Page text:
Australia's "Angry Summer" in Eight Images

ImaGeo iconImaGeoBy Tom YulsmanMar 6, 2013 3:52 AM


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Yesterday, an Australian government commission just came right out and said it: "Australia's Angry Summer" of extreme weather was "made worse" by climate change. (The 'Angry Summer' thing, including the upper case, was their's, not mine.)

As the graphic from the commission report shows (above), that weather has included unprecedented heat, catastrophic brushfires, and deadly floods.

Today, I'm wondering what my colleague at Discover, Keith Kloor, will make of the report, given his post today in 2009 [don't ask how that error happened!] on "Fetishizing Extreme Weather" — as well as the graphics in my post here, which I'm hoping will dramatize and also contextualize the findings of Australia's Climate Commission.

But before we get to those images, here's the gist of the report:

Extreme weather events dominated the 2012/2013 Australian summer, including record-breaking heat, severe bushfires, extreme rainfall and damaging flooding. Extreme heat waves and catastrophic bushfire conditions during the Angry Summer were made worse by climate change.

All weather, including extreme weather events, is influenced by climate change. All extreme weather events are now occurring in a climate system that is warmer and moister than it was 50 years ago. This influences the nature, impact and intensity of extreme weather events.

The extreme weather made international news in January when an unprecedented heat wave across almost all of the country shattered one record after another, and helped to trigger a spate of rampaging brush fires. So, on to the images... Here's what the Fire Weather Index for Australia looked like back in early January

— a measure in which the red and yellow colors indicate higher wildfire risk:

The Australian fire weather index for Jan. 8 of this year. (Source: Center for Australian Weather and Climate Research.) The extremely high risk portrayed in that image manifested on the ground in rampaging bushfires that swept across parts of southern Australia and Tasmania. Here's a satellite image showing smoke plumes billowing from multiple fires burning in Tasmania on Jan. 8:

Smoke plumes from multiple fires burning in Tasmania are visible in this image captured on Jan. 8 from the MODIS instrument on board NASA’s Terra satellite. After the conflagrations came the deluge — extreme rainfall that caused deadly flooding in Queensland and New South Wales in the eastern part of the country. The Australian Climate Commission report illustrated the extreme rainfall with this graphic:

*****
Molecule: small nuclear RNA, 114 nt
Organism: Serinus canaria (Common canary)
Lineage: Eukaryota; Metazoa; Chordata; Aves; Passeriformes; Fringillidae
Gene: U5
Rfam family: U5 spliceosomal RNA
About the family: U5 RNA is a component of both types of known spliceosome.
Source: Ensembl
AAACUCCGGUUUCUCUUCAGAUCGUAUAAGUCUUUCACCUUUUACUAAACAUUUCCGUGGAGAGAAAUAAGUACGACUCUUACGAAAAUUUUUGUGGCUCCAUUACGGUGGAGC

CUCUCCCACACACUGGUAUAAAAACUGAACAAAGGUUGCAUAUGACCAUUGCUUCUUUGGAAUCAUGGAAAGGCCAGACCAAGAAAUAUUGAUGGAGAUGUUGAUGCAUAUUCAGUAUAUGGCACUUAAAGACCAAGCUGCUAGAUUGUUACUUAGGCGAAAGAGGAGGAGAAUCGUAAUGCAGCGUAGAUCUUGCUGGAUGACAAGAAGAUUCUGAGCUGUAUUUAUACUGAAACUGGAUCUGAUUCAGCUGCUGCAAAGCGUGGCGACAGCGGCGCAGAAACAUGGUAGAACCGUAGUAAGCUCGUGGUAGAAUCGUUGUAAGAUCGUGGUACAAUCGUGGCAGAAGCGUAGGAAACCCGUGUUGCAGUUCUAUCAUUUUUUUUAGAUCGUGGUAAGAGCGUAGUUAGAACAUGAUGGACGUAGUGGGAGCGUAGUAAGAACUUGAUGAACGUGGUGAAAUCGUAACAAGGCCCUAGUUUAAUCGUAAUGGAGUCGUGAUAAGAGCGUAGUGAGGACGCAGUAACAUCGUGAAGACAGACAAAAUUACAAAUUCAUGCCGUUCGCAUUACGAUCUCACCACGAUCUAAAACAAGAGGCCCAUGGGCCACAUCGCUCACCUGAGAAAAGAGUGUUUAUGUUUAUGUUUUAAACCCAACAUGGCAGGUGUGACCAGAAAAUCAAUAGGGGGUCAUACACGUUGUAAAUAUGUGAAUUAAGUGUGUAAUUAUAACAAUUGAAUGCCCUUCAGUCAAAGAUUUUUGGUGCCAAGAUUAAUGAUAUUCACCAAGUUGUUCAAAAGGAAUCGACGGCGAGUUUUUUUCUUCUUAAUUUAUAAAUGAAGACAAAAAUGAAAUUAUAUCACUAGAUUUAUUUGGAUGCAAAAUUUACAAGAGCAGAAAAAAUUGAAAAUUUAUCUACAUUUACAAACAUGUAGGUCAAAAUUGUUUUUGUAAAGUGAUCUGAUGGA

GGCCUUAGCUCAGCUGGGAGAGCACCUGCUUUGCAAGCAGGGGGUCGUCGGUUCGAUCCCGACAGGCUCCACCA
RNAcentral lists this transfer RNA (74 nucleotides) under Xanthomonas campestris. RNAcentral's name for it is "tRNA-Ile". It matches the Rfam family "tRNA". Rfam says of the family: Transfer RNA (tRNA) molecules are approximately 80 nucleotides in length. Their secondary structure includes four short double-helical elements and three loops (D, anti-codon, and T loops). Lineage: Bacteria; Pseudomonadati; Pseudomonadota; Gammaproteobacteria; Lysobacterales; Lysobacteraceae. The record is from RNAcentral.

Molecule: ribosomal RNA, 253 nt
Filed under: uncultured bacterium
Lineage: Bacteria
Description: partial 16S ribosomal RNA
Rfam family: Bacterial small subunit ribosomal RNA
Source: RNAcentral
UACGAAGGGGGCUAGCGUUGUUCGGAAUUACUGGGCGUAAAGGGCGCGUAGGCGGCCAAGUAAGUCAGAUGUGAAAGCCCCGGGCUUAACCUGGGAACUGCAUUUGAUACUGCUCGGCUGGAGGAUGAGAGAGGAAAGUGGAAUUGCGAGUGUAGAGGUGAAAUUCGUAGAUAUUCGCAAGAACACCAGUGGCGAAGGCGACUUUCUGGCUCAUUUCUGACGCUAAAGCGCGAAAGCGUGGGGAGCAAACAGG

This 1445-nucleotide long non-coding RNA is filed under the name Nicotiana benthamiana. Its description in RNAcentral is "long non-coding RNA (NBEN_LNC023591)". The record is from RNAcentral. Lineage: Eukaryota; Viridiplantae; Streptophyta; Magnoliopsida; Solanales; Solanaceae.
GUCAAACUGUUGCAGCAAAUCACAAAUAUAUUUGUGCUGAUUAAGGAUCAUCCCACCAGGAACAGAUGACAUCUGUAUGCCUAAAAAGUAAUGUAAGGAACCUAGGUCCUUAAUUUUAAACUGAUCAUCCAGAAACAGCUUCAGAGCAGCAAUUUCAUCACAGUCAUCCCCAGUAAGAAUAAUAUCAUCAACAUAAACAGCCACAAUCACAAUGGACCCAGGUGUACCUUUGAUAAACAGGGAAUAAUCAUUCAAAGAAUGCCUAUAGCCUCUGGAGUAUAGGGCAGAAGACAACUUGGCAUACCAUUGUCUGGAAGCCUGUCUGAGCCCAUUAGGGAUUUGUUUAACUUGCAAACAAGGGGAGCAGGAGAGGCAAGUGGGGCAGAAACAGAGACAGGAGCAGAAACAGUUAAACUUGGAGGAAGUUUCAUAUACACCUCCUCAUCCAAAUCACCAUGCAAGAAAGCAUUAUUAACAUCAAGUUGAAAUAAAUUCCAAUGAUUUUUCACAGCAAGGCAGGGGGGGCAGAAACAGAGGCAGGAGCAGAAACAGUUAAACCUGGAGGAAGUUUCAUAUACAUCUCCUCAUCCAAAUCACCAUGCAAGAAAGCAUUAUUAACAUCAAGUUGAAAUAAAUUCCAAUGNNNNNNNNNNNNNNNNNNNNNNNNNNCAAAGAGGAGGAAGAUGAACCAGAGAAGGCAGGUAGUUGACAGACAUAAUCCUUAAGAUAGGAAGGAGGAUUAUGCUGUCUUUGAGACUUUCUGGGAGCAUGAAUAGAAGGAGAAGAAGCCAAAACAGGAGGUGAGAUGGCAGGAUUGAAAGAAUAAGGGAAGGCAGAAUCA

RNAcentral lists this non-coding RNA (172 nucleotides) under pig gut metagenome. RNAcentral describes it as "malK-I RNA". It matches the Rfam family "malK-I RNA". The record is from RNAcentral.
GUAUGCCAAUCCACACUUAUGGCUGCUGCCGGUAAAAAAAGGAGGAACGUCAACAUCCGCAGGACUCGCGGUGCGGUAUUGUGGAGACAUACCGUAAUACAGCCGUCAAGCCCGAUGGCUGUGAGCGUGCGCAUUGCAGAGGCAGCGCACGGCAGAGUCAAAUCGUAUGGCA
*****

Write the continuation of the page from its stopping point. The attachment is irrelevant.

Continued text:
Click on the image for a larger version. (Courtesy "The Angry Summer," Australia Climate Commission) Here are before and after satellite images of the flooding that followed the rains, from NASA's Earth Observatory


The MODIS instrument on NASA’s Terra satellite captured this image of relatively normal conditions along a network of rivers on the Queensland New South Wales border on Jan 23, 2013. It uses visible and infrared light to distinguish between water and land. Water varies in color from electric blue to navy. Vegetation is bright green and bare ground is earth-toned. (Image: NASA Earthobservatory)

This image was captured by the MODIS instrument on Feb.4, 2013, as flooding was occurring. The report is cautious in blaming the flooding on climate change, using the word "influence" instead:

The extreme rainfall experienced on the Australian east coast has been influenced by the shifting climate, although determining the nature of that influence is more complex than for temperature-related extreme events.

That said, it does draw a clear connection between increasing sea surface temperatures and extreme rainfall:

The basic physics that underpin the connection between a warming climate and more rainfall are well known (Figure 13). Higher surface ocean temperatures drive more evaporation, leading to more water vapour in the atmosphere. This, in turn, leads to more precipitation (rainfall, snow or hail).

What were sea surface temperatures off Australia's coastline like in the run up to the extreme rain? Here's an image from NOAA

showing how they departed from the long-term average on Jan. 24, 2013:

In this image, based on satellite measurements, yellow, orange and red tones indicate warmer than normal sea surface temperatures. (Image: NOAA Office of Satellite and Product Operations) Lastly, I thought it would be interesting to see how much fire activity there is in Australia today. So here is a screenshot of a Google Earth image showing the locations of all fires detected by the MODIS instruments

on NASA's Aqua and Terra satellites during the past 24 hours:

Image: NASA EOSDIS Near Real-Time Data

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